Digital Citizenship

Your Digital Footprint

            This week, we took a close look at what it means to have a digital footprint, which lead me to a more significant understanding of this week’s material; in order to effectively teach our students in today’s age, we need to integrate technology efficiently AND effectively, which includes using character education as part of our curriculum. A digital footprint is the mark you leave behind online as you venture deeper and deeper into the internet. Character education is when students are given direct instruction on citizenship on both a societal and digital level (Ohler, 2011). There are two overarching issues that arise from integrating digital learning in schools: 1) cyber-bullying, and 2) plagiarism (Ohler, 2011). Many schools choose to just block major sites from functioning at the schools, citing that any interaction with these digital tools (primarily social media) should be done completely separated from school (Ohler,2011). However, there is a significant problem with that. In that scenario, students aren’t being taught how to be model digital citizens. They are being told they can do whatever they want as long as it isn’t on school property. In fact, it seems kind of silly that any school district would handle it this way, yet even in our group conference this week, many people said their districts do block major sites and apps from working on school grounds.

            Instead of putting our heads in the sand and pretending that these things exist, we need to embrace them and make them a part of our everyday education. They may even be a small piece of the answer to our much needed education revolution. Students need to be shown how to effectively use these tools in school as part of their education, and in doing so, they will be taught this “character education” which models positive digital and societal citizenship (Ohler, 2011). This integrative method is the most effective because “students know far more about opportunities and perils in cyberspace than most adults do; their involvement gives adults and youth a chance to talk about a world in which the two groups rarely intersect; and, like adults, students will be more committed to living up to values they develop themselves than to values imposed on them by others” (Ohler, 2011). Ohler’s third point is, I believe the most important. Especially because we are in SUCH an age of innovation, and our youth and young adults are so head strong because of the tools that give them the advantage, they will be more effectively engaged in rules they set for themselves. Who wouldn’t rather listen to their own mantras and moral code over some fuddy-duddy institution? So, we need to invite digital character education into our curriculum. We need to teach students that their digital footprints are everlasting. We need to show them how lucky they are to be growing up in such an age and how to use all of it to their advantage!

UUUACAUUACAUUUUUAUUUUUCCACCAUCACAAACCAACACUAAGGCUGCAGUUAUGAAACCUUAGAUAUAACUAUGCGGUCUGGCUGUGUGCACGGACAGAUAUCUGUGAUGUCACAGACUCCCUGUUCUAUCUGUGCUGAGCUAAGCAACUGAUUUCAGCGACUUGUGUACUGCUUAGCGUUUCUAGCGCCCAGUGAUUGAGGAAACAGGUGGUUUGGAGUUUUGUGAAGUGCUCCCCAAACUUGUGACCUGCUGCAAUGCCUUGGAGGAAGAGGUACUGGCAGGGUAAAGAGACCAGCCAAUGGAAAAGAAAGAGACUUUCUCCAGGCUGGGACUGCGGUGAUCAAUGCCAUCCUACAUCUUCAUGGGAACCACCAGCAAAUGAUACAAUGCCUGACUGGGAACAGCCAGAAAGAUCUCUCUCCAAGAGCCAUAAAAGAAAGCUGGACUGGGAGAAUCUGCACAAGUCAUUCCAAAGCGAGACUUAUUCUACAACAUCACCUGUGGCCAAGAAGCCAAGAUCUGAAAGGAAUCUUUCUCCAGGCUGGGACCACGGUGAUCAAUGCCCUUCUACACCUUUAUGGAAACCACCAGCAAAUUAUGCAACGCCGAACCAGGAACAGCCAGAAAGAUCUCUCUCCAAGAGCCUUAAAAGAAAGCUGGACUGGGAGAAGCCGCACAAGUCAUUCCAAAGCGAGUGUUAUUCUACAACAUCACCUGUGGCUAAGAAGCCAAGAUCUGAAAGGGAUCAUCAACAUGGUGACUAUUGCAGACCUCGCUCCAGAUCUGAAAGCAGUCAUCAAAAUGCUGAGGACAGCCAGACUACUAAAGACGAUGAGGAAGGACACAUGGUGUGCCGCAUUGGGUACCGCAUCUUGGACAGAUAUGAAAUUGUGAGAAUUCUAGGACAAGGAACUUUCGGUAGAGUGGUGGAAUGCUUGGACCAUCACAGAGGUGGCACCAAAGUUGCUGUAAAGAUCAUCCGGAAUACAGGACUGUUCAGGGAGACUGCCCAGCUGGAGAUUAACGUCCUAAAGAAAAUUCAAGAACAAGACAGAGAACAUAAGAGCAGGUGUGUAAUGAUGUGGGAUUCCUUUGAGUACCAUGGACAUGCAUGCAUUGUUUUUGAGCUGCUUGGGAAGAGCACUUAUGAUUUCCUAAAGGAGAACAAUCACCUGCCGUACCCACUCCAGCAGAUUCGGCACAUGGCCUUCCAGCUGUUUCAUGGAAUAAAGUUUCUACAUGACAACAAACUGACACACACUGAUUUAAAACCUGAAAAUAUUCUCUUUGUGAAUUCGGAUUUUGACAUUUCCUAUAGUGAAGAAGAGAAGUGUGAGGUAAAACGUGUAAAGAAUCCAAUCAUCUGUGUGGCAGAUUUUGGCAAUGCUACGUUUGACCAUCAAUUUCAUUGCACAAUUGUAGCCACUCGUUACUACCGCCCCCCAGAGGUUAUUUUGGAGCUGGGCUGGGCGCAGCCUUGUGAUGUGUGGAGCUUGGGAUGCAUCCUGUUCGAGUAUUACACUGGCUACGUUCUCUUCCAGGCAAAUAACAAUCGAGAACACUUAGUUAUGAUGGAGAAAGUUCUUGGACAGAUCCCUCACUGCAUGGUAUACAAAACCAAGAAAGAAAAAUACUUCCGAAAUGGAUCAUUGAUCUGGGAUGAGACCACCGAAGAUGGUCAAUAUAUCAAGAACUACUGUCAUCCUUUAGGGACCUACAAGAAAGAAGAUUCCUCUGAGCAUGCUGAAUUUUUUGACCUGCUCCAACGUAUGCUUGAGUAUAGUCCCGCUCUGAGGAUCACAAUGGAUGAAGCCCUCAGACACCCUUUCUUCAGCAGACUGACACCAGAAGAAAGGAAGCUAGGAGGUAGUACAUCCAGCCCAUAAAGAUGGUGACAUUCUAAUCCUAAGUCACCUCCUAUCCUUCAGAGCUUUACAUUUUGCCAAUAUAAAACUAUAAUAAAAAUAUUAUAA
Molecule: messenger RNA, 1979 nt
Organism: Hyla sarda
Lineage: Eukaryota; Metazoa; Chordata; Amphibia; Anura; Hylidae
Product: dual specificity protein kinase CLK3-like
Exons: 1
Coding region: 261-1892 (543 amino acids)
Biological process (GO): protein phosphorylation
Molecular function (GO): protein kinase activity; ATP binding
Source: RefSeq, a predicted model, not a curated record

Ohler, J. (2011, February). Character education for the digital age. Educational Leadership. Vol.

        68. Num. 5. Retrieved March 12, 2017 from

         educational-leadership/feb11/vol68/num05/Character Education-for-the-Digital-


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